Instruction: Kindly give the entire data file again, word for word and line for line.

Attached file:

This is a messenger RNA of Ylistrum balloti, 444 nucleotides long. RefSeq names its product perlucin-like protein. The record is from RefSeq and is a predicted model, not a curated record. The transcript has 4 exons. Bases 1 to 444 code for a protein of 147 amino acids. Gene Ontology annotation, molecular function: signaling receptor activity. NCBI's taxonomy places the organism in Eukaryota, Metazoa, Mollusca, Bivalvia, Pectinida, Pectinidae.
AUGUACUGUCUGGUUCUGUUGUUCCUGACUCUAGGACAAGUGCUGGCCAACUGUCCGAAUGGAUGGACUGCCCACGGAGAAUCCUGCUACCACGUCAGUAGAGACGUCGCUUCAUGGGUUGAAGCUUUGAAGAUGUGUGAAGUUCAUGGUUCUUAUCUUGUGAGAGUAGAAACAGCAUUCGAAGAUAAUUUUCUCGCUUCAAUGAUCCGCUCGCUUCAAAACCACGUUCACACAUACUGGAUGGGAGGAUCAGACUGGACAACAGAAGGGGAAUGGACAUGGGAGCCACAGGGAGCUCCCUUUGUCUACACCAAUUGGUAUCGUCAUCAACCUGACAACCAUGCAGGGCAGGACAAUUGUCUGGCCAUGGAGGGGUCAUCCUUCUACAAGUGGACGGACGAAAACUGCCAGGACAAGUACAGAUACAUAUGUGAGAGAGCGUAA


This is a messenger RNA of Ylistrum balloti, 444 nucleotides long. RefSeq names its product perlucin-like protein. The record is from RefSeq and is a predicted model, not a curated record. The transcript has 4 exons. Bases 1 to 444 code for a protein of 147 amino acids. Gene Ontology annotation, molecular function: signaling receptor activity. NCBI's taxonomy places the organism in Eukaryota, Metazoa, Mollusca, Bivalvia, Pectinida, Pectinidae.
AUGUACUGUCUGGUUCUGUUGUUCCUGACUCUAGGACAAGUGCUGGCCAACUGUCCGAAUGGAUGGACUGCCCACGGAGAAUCCUGCUACCACGUCAGUAGAGACGUCGCUUCAUGGGUUGAAGCUUUGAAGAUGUGUGAAGUUCAUGGUUCUUAUCUUGUGAGAGUAGAAACAGCAUUCGAAGAUAAUUUUCUCGCUUCAAUGAUCCGCUCGCUUCAAAACCACGUUCACACAUACUGGAUGGGAGGAUCAGACUGGACAACAGAAGGGGAAUGGACAUGGGAGCCACAGGGAGCUCCCUUUGUCUACACCAAUUGGUAUCGUCAUCAACCUGACAACCAUGCAGGGCAGGACAAUUGUCUGGCCAUGGAGGGGUCAUCCUUCUACAAGUGGACGGACGAAAACUGCCAGGACAAGUACAGAUACAUAUGUGAGAGAGCGUAA